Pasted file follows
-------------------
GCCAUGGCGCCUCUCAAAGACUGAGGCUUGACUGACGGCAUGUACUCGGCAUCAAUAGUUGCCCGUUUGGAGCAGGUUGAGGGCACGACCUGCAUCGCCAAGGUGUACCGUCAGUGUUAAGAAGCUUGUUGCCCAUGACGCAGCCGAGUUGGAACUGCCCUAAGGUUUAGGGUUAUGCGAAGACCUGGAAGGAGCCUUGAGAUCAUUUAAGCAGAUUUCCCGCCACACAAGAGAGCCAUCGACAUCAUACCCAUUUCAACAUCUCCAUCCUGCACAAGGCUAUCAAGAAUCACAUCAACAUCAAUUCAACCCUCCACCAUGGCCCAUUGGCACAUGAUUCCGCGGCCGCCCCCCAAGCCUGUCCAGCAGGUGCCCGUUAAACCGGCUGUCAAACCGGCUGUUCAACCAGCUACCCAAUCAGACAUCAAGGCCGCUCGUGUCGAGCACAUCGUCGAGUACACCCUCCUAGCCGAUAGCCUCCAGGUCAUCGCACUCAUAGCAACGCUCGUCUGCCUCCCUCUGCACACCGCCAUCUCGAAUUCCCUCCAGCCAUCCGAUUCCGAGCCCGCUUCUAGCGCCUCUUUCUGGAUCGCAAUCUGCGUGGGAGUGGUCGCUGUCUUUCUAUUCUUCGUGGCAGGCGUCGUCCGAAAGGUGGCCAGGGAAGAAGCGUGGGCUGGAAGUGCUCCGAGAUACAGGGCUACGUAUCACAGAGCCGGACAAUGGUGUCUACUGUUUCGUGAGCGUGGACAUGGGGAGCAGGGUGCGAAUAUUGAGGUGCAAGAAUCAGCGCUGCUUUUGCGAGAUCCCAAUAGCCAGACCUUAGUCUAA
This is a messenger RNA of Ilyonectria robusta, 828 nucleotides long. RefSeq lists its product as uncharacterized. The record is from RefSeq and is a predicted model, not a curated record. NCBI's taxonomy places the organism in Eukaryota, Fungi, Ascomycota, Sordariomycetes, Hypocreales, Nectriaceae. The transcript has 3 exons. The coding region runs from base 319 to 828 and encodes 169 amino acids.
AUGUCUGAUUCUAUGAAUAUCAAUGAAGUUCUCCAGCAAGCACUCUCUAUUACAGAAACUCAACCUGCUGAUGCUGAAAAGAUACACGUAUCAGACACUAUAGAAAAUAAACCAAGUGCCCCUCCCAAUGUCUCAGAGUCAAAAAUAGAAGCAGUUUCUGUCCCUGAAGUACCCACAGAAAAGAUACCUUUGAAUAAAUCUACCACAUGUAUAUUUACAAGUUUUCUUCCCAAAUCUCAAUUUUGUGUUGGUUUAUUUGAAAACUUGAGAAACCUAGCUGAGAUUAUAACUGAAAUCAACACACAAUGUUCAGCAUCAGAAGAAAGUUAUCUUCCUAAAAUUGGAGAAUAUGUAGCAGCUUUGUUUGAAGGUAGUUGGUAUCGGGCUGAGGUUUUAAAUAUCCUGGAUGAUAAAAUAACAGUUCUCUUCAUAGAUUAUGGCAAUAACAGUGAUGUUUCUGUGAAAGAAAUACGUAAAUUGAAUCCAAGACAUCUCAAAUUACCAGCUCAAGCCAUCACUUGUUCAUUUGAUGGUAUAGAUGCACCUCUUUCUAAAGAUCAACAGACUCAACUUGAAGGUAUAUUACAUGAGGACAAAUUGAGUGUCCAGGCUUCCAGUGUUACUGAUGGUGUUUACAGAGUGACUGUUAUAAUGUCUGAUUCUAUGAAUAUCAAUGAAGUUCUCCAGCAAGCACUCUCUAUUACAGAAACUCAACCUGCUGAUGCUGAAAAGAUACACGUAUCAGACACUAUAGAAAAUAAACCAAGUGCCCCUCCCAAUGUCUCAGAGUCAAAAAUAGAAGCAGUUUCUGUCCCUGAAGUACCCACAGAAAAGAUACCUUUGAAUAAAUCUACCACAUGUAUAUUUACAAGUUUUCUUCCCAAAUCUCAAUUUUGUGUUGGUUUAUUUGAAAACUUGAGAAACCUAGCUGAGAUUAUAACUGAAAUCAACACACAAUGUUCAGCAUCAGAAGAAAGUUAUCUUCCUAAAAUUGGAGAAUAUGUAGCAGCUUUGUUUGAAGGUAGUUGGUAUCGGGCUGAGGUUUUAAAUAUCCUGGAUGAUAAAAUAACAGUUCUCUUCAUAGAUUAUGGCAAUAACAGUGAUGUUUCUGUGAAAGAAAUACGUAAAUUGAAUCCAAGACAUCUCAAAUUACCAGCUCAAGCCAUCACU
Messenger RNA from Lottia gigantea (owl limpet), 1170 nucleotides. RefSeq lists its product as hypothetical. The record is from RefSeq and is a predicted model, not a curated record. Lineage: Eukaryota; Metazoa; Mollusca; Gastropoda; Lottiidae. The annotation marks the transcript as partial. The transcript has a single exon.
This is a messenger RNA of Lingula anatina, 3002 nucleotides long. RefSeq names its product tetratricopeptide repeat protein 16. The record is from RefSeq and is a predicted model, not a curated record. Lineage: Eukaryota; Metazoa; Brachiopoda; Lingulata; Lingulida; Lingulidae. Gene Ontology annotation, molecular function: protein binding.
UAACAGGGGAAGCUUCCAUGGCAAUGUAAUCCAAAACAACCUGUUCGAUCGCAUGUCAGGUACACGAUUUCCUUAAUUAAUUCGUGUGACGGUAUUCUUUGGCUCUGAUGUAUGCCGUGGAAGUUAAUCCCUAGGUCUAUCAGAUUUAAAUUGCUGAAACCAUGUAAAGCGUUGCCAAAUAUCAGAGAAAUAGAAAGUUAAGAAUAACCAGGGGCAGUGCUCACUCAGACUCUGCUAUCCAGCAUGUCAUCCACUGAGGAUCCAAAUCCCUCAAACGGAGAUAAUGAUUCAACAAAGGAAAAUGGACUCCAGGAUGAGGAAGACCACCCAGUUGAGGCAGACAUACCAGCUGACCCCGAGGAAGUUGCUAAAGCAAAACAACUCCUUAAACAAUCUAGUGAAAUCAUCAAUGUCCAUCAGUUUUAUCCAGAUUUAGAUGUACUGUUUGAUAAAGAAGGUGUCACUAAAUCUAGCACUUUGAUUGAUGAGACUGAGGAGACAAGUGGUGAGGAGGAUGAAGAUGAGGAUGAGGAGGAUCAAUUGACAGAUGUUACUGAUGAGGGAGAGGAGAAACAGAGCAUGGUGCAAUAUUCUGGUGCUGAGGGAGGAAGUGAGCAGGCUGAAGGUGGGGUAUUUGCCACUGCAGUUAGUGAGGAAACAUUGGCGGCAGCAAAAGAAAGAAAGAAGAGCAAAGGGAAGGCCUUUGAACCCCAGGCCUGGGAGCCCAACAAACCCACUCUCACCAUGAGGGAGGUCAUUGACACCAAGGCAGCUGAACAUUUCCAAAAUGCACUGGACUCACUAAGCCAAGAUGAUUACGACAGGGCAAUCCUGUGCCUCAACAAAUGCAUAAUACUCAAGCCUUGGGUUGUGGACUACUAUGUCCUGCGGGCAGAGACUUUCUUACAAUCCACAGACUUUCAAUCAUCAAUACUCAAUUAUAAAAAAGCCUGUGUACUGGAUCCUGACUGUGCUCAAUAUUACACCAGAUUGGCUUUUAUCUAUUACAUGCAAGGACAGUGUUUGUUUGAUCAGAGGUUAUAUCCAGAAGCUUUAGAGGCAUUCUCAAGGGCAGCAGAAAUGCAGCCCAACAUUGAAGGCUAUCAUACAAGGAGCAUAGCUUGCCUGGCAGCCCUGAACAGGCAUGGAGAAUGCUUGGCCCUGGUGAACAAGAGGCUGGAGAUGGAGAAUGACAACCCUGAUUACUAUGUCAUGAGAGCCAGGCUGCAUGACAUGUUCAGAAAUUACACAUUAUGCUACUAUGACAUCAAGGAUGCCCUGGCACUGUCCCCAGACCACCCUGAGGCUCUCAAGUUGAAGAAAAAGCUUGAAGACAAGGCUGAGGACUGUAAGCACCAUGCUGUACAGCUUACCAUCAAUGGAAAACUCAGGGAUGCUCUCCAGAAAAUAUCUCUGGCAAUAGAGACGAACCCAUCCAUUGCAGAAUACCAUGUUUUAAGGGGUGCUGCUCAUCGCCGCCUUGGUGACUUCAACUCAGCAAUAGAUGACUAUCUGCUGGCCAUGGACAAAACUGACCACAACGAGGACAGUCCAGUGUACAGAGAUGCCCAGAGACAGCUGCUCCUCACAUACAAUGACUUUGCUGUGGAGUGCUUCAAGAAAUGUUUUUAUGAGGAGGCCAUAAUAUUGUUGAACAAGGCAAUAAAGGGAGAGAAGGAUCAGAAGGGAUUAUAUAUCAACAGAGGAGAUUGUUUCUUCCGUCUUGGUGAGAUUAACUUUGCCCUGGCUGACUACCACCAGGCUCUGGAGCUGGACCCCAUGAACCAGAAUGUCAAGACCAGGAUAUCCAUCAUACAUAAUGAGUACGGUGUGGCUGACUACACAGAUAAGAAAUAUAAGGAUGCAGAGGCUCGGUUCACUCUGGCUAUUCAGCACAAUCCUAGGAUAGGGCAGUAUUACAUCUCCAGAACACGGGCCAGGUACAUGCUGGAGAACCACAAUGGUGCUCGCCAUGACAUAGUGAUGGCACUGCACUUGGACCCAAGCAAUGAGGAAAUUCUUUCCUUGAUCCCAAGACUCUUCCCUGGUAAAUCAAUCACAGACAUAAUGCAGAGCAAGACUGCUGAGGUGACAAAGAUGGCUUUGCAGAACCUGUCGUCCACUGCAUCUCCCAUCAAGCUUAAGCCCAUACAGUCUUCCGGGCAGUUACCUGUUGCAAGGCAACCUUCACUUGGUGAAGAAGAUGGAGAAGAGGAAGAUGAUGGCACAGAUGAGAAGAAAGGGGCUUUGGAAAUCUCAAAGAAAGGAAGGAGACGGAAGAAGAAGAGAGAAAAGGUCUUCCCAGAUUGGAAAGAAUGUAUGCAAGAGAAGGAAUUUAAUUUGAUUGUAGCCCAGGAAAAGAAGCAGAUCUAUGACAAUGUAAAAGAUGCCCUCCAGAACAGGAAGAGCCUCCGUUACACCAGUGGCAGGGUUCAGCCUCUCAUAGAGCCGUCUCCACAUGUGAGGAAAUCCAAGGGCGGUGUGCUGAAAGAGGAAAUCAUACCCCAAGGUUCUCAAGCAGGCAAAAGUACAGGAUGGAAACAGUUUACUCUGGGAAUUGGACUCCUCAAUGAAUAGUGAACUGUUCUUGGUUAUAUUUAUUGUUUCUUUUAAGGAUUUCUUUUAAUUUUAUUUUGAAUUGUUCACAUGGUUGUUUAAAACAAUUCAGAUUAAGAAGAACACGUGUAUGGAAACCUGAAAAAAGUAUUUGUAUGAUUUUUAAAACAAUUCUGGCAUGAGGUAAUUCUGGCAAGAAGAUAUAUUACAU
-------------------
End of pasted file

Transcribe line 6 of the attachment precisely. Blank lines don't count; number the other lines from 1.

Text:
UAACAGGGGAAGCUUCCAUGGCAAUGUAAUCCAAAACAACCUGUUCGAUCGCAUGUCAGGUACACGAUUUCCUUAAUUAAUUCGUGUGACGGUAUUCUUUGGCUCUGAUGUAUGCCGUGGAAGUUAAUCCCUAGGUCUAUCAGAUUUAAAUUGCUGAAACCAUGUAAAGCGUUGCCAAAUAUCAGAGAAAUAGAAAGUUAAGAAUAACCAGGGGCAGUGCUCACUCAGACUCUGCUAUCCAGCAUGUCAUCCACUGAGGAUCCAAAUCCCUCAAACGGAGAUAAUGAUUCAACAAAGGAAAAUGGACUCCAGGAUGAGGAAGACCACCCAGUUGAGGCAGACAUACCAGCUGACCCCGAGGAAGUUGCUAAAGCAAAACAACUCCUUAAACAAUCUAGUGAAAUCAUCAAUGUCCAUCAGUUUUAUCCAGAUUUAGAUGUACUGUUUGAUAAAGAAGGUGUCACUAAAUCUAGCACUUUGAUUGAUGAGACUGAGGAGACAAGUGGUGAGGAGGAUGAAGAUGAGGAUGAGGAGGAUCAAUUGACAGAUGUUACUGAUGAGGGAGAGGAGAAACAGAGCAUGGUGCAAUAUUCUGGUGCUGAGGGAGGAAGUGAGCAGGCUGAAGGUGGGGUAUUUGCCACUGCAGUUAGUGAGGAAACAUUGGCGGCAGCAAAAGAAAGAAAGAAGAGCAAAGGGAAGGCCUUUGAACCCCAGGCCUGGGAGCCCAACAAACCCACUCUCACCAUGAGGGAGGUCAUUGACACCAAGGCAGCUGAACAUUUCCAAAAUGCACUGGACUCACUAAGCCAAGAUGAUUACGACAGGGCAAUCCUGUGCCUCAACAAAUGCAUAAUACUCAAGCCUUGGGUUGUGGACUACUAUGUCCUGCGGGCAGAGACUUUCUUACAAUCCACAGACUUUCAAUCAUCAAUACUCAAUUAUAAAAAAGCCUGUGUACUGGAUCCUGACUGUGCUCAAUAUUACACCAGAUUGGCUUUUAUCUAUUACAUGCAAGGACAGUGUUUGUUUGAUCAGAGGUUAUAUCCAGAAGCUUUAGAGGCAUUCUCAAGGGCAGCAGAAAUGCAGCCCAACAUUGAAGGCUAUCAUACAAGGAGCAUAGCUUGCCUGGCAGCCCUGAACAGGCAUGGAGAAUGCUUGGCCCUGGUGAACAAGAGGCUGGAGAUGGAGAAUGACAACCCUGAUUACUAUGUCAUGAGAGCCAGGCUGCAUGACAUGUUCAGAAAUUACACAUUAUGCUACUAUGACAUCAAGGAUGCCCUGGCACUGUCCCCAGACCACCCUGAGGCUCUCAAGUUGAAGAAAAAGCUUGAAGACAAGGCUGAGGACUGUAAGCACCAUGCUGUACAGCUUACCAUCAAUGGAAAACUCAGGGAUGCUCUCCAGAAAAUAUCUCUGGCAAUAGAGACGAACCCAUCCAUUGCAGAAUACCAUGUUUUAAGGGGUGCUGCUCAUCGCCGCCUUGGUGACUUCAACUCAGCAAUAGAUGACUAUCUGCUGGCCAUGGACAAAACUGACCACAACGAGGACAGUCCAGUGUACAGAGAUGCCCAGAGACAGCUGCUCCUCACAUACAAUGACUUUGCUGUGGAGUGCUUCAAGAAAUGUUUUUAUGAGGAGGCCAUAAUAUUGUUGAACAAGGCAAUAAAGGGAGAGAAGGAUCAGAAGGGAUUAUAUAUCAACAGAGGAGAUUGUUUCUUCCGUCUUGGUGAGAUUAACUUUGCCCUGGCUGACUACCACCAGGCUCUGGAGCUGGACCCCAUGAACCAGAAUGUCAAGACCAGGAUAUCCAUCAUACAUAAUGAGUACGGUGUGGCUGACUACACAGAUAAGAAAUAUAAGGAUGCAGAGGCUCGGUUCACUCUGGCUAUUCAGCACAAUCCUAGGAUAGGGCAGUAUUACAUCUCCAGAACACGGGCCAGGUACAUGCUGGAGAACCACAAUGGUGCUCGCCAUGACAUAGUGAUGGCACUGCACUUGGACCCAAGCAAUGAGGAAAUUCUUUCCUUGAUCCCAAGACUCUUCCCUGGUAAAUCAAUCACAGACAUAAUGCAGAGCAAGACUGCUGAGGUGACAAAGAUGGCUUUGCAGAACCUGUCGUCCACUGCAUCUCCCAUCAAGCUUAAGCCCAUACAGUCUUCCGGGCAGUUACCUGUUGCAAGGCAACCUUCACUUGGUGAAGAAGAUGGAGAAGAGGAAGAUGAUGGCACAGAUGAGAAGAAAGGGGCUUUGGAAAUCUCAAAGAAAGGAAGGAGACGGAAGAAGAAGAGAGAAAAGGUCUUCCCAGAUUGGAAAGAAUGUAUGCAAGAGAAGGAAUUUAAUUUGAUUGUAGCCCAGGAAAAGAAGCAGAUCUAUGACAAUGUAAAAGAUGCCCUCCAGAACAGGAAGAGCCUCCGUUACACCAGUGGCAGGGUUCAGCCUCUCAUAGAGCCGUCUCCACAUGUGAGGAAAUCCAAGGGCGGUGUGCUGAAAGAGGAAAUCAUACCCCAAGGUUCUCAAGCAGGCAAAAGUACAGGAUGGAAACAGUUUACUCUGGGAAUUGGACUCCUCAAUGAAUAGUGAACUGUUCUUGGUUAUAUUUAUUGUUUCUUUUAAGGAUUUCUUUUAAUUUUAUUUUGAAUUGUUCACAUGGUUGUUUAAAACAAUUCAGAUUAAGAAGAACACGUGUAUGGAAACCUGAAAAAAGUAUUUGUAUGAUUUUUAAAACAAUUCUGGCAUGAGGUAAUUCUGGCAAGAAGAUAUAUUACAU